Research Post 2: When Collective Security Abandoned Abyssinia

I have found, as I continue my study into the response of the world to the Abyssinia Crisis, that the domestic organization of each of the Great Powers directly involved heavily affected their actions during the Crisis. The three major powers directly involved with the Crisis, Great Britain, France, and Italy, each had a very different domestic set of institutions and concerns to their national governments that influenced how they interacted with each other and the League as an institution. Italy, as an authoritarian, Fascist government, organized itself so that the average Italian citizen’s opinion mattered little, and rather the industrialists and industry of the nation influenced the national government more aggressively. The French Government, while a republic, had an executive branch and military apparatus that was extremely concerned about a resurgent Germany and was committed to maintaining the Stresa Front, whilst having a divided civil population that did not express its international desires easily. Britain, as the leading world power with a Liberal Democracy, and with one of the most complex apparatuses of state, had the interesting combination of needing to follow the direction that the people and domestic institutions expressed in voting, but while also having a government apparatus that did not easily change direction and was comparatively conservative. These different styles of governance and domestic interests resulted in fundamentally different approaches between the nations regarding dealing with each other and the League.

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African-American Participation in the Italo-Ethiopian War: Blog Post 3 (Memoirs)

Over the past week, I’ve discovered a not-so-surprising fact about library research: is it is very easy to get sidetracked. Remember how I said that my next blog post would be summing up African-American reactions to the war? Well, before I began  to compile my notes on African-American reactions into a cohesive blog post, I decided to check the secondary source accounts against memoirs of individuals who were in Ethiopia at the time of the war. My goal in doing so was to evaluate how the efforts of African-Americans actually affected life during the war, as seen through the eyes of individuals on the ground. Unfortunately, my selection of sources available was not great, and I ended up just consulting three memoirs for this stage of the research: the two-volume memoirs of Emperor Haile Selassie I, the recollections of John H. Spenser, an American lawyer who served as an advisor to the Ethiopian emperor until the 1970s, and the somewhat unreliable memoir of Wynant Hubbard, a rather racist American war correspondent who remained in Ethiopia for some of the crisis.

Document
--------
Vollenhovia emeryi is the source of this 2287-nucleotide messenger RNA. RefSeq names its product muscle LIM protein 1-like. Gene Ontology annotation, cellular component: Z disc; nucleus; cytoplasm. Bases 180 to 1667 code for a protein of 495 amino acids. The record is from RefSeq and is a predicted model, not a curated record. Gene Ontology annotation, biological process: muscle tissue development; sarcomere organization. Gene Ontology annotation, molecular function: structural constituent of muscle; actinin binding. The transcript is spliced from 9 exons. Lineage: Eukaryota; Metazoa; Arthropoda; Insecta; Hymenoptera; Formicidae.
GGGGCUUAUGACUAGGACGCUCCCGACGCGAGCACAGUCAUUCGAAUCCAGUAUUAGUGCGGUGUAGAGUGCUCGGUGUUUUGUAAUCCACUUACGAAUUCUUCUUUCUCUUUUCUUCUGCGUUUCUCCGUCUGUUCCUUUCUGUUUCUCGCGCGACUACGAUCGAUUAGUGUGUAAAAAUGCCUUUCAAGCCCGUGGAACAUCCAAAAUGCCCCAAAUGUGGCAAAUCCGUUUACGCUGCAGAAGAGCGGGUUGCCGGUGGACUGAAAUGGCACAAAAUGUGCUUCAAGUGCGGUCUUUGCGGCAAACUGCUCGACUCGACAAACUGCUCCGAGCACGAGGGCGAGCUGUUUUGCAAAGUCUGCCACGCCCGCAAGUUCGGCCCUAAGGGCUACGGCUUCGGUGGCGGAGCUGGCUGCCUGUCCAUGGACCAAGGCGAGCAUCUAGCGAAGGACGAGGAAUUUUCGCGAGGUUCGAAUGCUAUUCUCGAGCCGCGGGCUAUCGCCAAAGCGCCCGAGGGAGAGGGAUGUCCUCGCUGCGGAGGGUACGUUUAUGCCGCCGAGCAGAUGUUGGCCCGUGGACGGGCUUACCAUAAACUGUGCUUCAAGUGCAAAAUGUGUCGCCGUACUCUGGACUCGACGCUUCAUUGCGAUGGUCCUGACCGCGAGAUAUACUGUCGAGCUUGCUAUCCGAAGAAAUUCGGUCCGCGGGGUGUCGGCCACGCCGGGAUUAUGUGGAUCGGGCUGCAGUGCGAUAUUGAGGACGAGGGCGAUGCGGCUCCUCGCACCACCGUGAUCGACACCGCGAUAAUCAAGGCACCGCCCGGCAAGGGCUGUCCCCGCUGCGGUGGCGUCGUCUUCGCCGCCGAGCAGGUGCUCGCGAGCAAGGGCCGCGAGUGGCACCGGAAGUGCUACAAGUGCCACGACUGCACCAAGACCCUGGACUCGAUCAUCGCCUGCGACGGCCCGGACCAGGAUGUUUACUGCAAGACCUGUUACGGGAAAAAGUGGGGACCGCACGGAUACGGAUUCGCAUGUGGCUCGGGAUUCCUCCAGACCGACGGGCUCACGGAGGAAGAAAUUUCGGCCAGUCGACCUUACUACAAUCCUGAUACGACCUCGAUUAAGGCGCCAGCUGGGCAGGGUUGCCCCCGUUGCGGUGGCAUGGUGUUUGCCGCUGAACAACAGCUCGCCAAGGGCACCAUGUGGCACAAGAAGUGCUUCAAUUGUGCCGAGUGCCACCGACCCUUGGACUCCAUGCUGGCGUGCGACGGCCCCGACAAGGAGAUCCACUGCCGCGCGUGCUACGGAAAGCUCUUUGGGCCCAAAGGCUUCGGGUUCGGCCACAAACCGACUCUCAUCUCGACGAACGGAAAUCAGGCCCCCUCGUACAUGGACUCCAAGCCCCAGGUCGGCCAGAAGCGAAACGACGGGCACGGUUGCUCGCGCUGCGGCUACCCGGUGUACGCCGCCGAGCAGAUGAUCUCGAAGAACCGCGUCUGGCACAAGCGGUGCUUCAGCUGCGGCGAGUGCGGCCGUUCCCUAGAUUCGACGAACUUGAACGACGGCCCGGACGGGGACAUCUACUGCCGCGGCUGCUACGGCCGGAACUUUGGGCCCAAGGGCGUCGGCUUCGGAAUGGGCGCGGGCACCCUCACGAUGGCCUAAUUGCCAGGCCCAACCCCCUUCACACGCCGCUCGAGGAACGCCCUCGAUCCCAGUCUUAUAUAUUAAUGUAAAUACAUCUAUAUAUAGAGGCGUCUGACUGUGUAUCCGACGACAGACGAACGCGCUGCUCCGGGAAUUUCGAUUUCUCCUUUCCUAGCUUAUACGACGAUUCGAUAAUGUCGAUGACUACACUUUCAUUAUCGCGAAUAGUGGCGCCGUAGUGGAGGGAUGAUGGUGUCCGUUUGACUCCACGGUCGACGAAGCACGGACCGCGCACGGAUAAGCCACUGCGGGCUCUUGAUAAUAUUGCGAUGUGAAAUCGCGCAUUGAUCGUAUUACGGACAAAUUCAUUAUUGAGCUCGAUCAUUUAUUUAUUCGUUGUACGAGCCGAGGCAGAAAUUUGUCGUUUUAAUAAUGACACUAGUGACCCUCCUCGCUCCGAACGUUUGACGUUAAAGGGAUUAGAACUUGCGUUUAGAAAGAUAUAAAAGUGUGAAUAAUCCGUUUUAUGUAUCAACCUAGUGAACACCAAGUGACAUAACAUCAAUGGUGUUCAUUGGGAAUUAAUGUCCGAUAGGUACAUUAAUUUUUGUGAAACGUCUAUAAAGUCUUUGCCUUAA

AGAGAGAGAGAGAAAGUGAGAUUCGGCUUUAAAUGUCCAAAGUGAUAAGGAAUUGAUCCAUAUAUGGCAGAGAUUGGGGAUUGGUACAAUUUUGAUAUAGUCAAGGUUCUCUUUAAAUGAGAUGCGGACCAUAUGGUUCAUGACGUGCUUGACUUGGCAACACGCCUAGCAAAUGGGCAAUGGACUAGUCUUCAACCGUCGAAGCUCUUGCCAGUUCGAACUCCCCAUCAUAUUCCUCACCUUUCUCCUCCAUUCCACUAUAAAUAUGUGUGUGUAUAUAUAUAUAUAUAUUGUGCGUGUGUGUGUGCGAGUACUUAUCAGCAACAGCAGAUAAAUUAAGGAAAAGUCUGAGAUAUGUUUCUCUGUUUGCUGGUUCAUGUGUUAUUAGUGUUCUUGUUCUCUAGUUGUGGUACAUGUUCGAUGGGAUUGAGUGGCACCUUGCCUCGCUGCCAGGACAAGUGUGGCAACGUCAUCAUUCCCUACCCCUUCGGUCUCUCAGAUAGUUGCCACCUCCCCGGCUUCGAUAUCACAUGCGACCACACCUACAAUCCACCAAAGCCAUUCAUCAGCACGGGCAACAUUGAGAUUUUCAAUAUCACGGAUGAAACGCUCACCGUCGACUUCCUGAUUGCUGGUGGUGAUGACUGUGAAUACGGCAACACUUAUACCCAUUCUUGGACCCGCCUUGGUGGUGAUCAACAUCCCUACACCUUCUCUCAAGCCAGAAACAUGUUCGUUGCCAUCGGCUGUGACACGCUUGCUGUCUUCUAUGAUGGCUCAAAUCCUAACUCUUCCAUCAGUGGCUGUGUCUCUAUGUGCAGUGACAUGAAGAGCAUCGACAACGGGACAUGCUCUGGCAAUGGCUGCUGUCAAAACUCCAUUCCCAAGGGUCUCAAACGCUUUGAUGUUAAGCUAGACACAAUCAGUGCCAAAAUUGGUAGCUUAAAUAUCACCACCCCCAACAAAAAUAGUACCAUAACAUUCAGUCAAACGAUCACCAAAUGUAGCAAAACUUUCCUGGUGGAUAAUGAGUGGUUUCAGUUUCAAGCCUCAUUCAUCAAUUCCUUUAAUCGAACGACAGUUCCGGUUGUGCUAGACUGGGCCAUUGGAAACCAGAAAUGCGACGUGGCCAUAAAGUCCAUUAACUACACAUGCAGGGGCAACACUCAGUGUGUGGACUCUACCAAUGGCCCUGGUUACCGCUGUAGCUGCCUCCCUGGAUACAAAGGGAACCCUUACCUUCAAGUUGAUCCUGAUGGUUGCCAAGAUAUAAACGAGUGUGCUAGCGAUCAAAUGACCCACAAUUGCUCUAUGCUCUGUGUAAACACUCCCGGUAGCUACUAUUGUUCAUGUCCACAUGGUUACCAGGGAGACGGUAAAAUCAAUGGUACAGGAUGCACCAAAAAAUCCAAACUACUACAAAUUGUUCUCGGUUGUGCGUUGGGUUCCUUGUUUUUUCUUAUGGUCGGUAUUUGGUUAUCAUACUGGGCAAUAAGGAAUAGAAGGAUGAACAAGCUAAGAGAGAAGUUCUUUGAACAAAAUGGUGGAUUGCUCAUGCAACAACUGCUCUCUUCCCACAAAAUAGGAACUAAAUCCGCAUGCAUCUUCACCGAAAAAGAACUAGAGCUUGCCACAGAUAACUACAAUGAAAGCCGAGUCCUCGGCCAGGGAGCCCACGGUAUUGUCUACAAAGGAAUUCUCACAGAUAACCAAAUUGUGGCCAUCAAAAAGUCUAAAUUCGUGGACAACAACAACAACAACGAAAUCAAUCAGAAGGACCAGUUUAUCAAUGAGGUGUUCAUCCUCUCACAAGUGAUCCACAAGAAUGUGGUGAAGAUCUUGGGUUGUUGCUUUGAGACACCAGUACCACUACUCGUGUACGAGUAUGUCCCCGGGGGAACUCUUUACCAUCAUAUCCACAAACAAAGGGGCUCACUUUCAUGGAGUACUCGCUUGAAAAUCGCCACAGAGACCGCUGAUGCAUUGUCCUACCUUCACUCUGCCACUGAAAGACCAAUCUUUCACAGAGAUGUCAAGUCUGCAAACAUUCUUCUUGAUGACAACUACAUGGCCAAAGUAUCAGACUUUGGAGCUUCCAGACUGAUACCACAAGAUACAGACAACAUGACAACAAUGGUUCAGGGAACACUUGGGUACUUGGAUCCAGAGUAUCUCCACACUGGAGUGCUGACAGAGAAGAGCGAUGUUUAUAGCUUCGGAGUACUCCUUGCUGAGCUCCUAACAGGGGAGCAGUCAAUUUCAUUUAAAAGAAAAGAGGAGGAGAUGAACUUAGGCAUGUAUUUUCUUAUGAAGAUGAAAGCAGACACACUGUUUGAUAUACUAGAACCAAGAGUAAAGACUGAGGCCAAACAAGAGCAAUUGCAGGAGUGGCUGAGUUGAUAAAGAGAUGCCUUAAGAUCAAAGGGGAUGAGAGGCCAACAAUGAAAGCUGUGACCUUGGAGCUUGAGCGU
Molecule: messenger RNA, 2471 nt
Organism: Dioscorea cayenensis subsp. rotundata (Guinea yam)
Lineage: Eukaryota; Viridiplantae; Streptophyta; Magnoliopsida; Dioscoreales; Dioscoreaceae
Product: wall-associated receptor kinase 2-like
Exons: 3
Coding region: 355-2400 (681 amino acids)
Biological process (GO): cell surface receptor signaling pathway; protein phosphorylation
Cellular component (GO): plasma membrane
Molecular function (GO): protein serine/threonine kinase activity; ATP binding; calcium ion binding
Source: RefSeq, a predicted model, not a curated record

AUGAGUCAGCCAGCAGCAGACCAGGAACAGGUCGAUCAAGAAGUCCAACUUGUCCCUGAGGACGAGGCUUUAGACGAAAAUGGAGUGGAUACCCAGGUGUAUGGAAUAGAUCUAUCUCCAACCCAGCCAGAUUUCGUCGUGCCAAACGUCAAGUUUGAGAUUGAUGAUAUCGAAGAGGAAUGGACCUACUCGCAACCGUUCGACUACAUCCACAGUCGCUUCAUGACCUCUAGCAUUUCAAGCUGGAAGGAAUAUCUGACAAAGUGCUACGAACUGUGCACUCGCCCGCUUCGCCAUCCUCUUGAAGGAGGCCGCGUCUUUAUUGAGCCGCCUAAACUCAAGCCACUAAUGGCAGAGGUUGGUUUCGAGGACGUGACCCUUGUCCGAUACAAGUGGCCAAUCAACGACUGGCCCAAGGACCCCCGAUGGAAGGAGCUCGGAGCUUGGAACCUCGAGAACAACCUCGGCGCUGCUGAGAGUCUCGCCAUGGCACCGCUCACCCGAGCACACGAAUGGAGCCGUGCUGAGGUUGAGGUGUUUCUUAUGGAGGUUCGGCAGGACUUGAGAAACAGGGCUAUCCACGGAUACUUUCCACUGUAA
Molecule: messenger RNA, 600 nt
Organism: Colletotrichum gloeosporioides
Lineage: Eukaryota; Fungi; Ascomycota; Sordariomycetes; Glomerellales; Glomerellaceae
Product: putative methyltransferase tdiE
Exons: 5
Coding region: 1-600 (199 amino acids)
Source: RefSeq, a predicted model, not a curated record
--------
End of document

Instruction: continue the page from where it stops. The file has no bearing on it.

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African-American Participation in the Italo-Ethiopian War: Blog Post 2

Last week and this week, once I finally settled on a topic for my research, I began constructing a timeline of the diplomatic and military events of the Italo-Ethiopian conflict. Most scholarship about the diplomatic and military aspects of the war date from the 1960s and 1970s, and are therefore considered “old” by historian standards, but I found them to nevertheless be good sources of information on the bare-bones facts of the conflict. To this end, I consulted the Italian Angelo del Boca’s (Ethiopian-sympathetic) account The Ethiopian War 1935-1941, the American Brice Harris’s United States and the Italo-Ethiopian Crisis and the Ethiopian Bahru Zewde’s A History of Modern Ethiopia: 1855-1991. I also consulted the secondary sources I had read previously, especially William S. Scott’s The Sons of Sheba’s Race. Furthermore, I corroborated my dates with two published memoirs: the two volumes of Emperor Haile Selassie I’s My Life and Ethiopia’s Progress and American international lawyer John H. Spencer’s Ethiopia at Bay.  I tried to include specific dates as much as possible in the timeline: once I enter my second stage of research next week analyzing African-American newspaper accounts, I will search for articles surrounding the dates of specific events such as Haile Selassie’s Christmas 1937 radio address.

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African American Participation in the Italo-Ethiopian War- Blog Post #1

In the week or so that I’ve been doing my research on African-American participation in the Italo-Ethiopian War, I’ve discovered a very important fact about historical research: it’s messy. It doesn’t always go the way that you’ve planned.

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